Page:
By Harry Shovlin
My experience with Memorial Day started with what was known as Decoration Day in the 1950s. Our families would go to our church’s cemetery to clean up the weeds and debris, cut the grass and plant geraniums. We would read the names of the tombstones and say a few prayers.
We would also visit the graves located next to our family’s plot. It is always a good way to know your neighbors.
My parents used this time as a teachable moment because we knew the families who owned the plots next to ours, and we were able to learn more about them.
My great grandparents, grandparents and uncle Tony are buried in that plot. My uncle Tony was a member of the Army when he was killed by a hit and run driver; unfortunately, the driver was never found. Uncle Tony was in basic training getting ready to be shipped to the South Pacific. He is the only member of my family to die while in active duty in the military service.
Every Memorial Day was when we focused on him the most. I never met him; however, as I became older, I began to understand the significance of Memorial Day. Marching in the Memorial Day parades as a member of my high school band seemed not as important as paying our respects to the deceased members at the cemetery.
I always felt that we needed to spend time praying and reflecting on all of our deceased relatives and those who served in the military.
Over 1 million United States citizens have given their lives so that we can live in a country which has a democracy. We owe them our respect.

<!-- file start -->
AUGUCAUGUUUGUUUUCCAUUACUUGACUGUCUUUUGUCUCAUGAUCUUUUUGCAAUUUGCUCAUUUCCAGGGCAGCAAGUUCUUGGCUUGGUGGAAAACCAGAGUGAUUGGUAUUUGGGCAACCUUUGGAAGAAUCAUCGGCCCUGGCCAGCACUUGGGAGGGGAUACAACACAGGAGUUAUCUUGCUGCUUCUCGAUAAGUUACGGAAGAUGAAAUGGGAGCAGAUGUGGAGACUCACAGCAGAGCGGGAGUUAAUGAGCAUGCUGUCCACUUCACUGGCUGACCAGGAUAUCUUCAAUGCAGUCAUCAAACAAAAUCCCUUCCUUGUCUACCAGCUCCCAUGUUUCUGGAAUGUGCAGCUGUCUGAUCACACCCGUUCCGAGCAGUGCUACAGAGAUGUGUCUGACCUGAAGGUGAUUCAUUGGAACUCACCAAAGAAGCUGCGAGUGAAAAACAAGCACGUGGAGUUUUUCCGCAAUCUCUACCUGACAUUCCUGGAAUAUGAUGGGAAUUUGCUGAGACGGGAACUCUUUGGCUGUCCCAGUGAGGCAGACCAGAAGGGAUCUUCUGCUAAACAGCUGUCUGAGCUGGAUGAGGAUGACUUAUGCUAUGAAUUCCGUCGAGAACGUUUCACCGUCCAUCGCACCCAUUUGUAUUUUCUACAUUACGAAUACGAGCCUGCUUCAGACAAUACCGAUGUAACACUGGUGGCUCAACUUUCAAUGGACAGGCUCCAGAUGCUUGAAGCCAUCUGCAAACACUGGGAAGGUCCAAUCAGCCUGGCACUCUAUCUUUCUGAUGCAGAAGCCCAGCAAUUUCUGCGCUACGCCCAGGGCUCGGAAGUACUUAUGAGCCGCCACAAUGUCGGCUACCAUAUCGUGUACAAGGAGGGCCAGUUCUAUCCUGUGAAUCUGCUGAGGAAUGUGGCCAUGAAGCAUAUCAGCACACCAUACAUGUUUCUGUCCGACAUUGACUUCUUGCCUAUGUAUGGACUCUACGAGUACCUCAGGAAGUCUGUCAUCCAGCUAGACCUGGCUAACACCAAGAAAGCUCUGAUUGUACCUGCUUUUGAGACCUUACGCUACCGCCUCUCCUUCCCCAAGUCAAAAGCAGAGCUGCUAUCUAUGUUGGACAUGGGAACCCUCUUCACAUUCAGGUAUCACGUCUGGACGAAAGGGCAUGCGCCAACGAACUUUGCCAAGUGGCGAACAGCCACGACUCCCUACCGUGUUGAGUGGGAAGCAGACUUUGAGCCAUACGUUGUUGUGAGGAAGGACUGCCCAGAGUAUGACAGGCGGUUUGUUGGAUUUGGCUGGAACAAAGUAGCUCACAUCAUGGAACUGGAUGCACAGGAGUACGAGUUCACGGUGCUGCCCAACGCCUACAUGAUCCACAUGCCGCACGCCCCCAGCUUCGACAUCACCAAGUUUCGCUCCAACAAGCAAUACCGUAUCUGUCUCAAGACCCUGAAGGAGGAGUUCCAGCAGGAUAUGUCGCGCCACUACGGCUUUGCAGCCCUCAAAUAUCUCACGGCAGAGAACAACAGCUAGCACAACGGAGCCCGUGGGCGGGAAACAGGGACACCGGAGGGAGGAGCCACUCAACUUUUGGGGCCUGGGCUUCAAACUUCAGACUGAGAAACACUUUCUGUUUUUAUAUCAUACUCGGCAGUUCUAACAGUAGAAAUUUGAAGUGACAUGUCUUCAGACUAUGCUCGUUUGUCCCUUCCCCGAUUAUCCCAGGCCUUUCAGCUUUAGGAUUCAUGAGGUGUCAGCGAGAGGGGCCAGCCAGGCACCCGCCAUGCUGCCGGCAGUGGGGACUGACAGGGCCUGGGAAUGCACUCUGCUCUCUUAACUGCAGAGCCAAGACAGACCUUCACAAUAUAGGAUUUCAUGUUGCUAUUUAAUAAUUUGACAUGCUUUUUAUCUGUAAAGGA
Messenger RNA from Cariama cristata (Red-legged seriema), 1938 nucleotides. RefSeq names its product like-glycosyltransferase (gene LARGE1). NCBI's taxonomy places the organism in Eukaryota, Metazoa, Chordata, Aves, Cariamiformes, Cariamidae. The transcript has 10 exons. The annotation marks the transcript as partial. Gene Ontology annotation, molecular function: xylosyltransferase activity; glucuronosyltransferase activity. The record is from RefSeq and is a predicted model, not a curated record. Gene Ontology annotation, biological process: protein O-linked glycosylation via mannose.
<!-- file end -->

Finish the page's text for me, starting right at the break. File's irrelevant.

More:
My early experiences on Decoration Day led me to join others who wanted to create an area within Falls Church City to hold ceremonies on Memorial Day and Veterans Day.
The group was led by Jeanine and Paul Smail, and Tony Scerbo. These individuals asked the City Council to name any location within Falls Church to be dedicated and designated as Veterans Memorial. After many requests, the City Council agreed to form a committee of City residents to investigate available sites and to prioritize them. The committee promptly named two localities; first was the front of City Hall, and second was in front of the Community Center. The council selected the Community Center. The flagpole was moved and the land around it was designated as Memorial Park.
After the site was approved, the plans to physically create the memorial began. The committee was elated to have a location to celebrate the ceremonies on Veteran’s Day and Memorial Day. The City Council wanted the committee to have a more substantial venue than a flag pole and plaque. The problem arose when there were no monies allocated to fund the project. Eight years later, the seven stone pillars were placed as you